There are many species in the wild that change their appearance to escape predators. This is camouflage. But did you know that some species can even change their gender? Let's read up on them.
Clownfishes live in social groups and consist of a dominant female (the largest in size) surrounded by a male and other immature juveniles. Their social hierarchy is based on size and determines the breeding. In a group, the fishes age and grow larger together, without any change in the hierarchy. But this changes when a dominant female dies. When this happens, others will try to use the opportunity to climb up in rank. The male will rapidly change sex to fill in the vacated position. And another fish will turn into a mature male and complete the breeding pair.
The hawkfish which is found on coral reefs from Australia to Japan lives in harems (one male with several females). These reef dwellers basically start life as females. Things change when there is a shift in the number of females in the harem. If a male takes on more females into the harem, then, one of the females changes its sex and becomes a male. It then breaks away from the harem and in the process takes half of the harem along with it. It has also been observed by researchers that when a new male gets challenged by another male, it reverses its sex back to a female. This bi-directional sex change is seen in certain reef fishes.
BLACK SEA BASS
Black sea bass is a commercially important species. These are capable of switching their gender from female to male. They are born as females in the wild. They turn into males when they are two to five years old. Research on sea bass reveals that sex change occurs when there is a dip in the male population. If the female sea bass senses a decrease in the male population, they switch their sex.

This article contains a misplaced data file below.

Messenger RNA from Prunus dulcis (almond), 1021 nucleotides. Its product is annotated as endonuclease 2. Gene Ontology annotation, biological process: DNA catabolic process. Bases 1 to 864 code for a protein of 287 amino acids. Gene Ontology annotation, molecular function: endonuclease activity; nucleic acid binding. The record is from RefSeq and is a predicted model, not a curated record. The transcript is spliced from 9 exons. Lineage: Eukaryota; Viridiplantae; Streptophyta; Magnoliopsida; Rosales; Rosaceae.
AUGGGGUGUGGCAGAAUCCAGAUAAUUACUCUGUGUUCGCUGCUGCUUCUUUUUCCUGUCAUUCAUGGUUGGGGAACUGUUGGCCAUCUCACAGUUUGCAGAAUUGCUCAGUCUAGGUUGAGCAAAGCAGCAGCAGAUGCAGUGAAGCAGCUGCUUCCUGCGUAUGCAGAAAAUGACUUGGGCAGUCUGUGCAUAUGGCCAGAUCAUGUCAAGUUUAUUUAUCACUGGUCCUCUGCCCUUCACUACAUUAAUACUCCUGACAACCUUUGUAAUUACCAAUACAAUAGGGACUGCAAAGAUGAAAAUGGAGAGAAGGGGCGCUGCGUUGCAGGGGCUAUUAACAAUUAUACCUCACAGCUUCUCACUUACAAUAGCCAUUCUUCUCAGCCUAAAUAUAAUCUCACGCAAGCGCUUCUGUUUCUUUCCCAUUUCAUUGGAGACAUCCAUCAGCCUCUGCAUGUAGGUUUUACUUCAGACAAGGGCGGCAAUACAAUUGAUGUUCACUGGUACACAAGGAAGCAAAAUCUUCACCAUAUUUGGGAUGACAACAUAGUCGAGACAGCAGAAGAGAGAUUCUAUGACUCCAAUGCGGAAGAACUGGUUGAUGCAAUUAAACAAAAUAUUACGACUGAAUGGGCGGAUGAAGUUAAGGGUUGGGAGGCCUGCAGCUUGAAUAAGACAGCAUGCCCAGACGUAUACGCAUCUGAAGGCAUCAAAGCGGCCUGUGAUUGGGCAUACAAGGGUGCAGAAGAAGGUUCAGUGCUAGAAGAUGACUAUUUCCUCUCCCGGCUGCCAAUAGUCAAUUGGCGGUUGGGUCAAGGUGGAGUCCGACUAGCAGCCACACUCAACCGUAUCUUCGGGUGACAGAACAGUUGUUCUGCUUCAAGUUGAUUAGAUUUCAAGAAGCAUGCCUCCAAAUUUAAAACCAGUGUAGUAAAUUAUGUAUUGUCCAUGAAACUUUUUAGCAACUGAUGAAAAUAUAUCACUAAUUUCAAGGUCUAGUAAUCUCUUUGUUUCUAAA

Banana slugs are wormlike mollusks and they grow up to 10 inches. These animals are hermaphrodites, that is they have both male and female organs. So they don't change their sex back and forth but are unique as they can use both their male and female reproductive organs at the same time. This they do to self-fertilise when necessary. Even when they are capable of self-fertilisation, the majority of banana slugs will take a partner.
Researchers have found that frogs spontaneously change sex in the lab and the same has been seen in the wild. In fact, among the green frog population, this sex change is quite common. Earlier research established that sex reversal in frogs may be related to pollution introduced by humans. When exposed to some pollutants (synthetic estrogens and herbicides) in the lab, it has led to genetically male frogs developing outwardly as females. Further studies have proved that this change could be a natural occurrence in amphibians, even in pollution-free settings.
Picture Credit : Google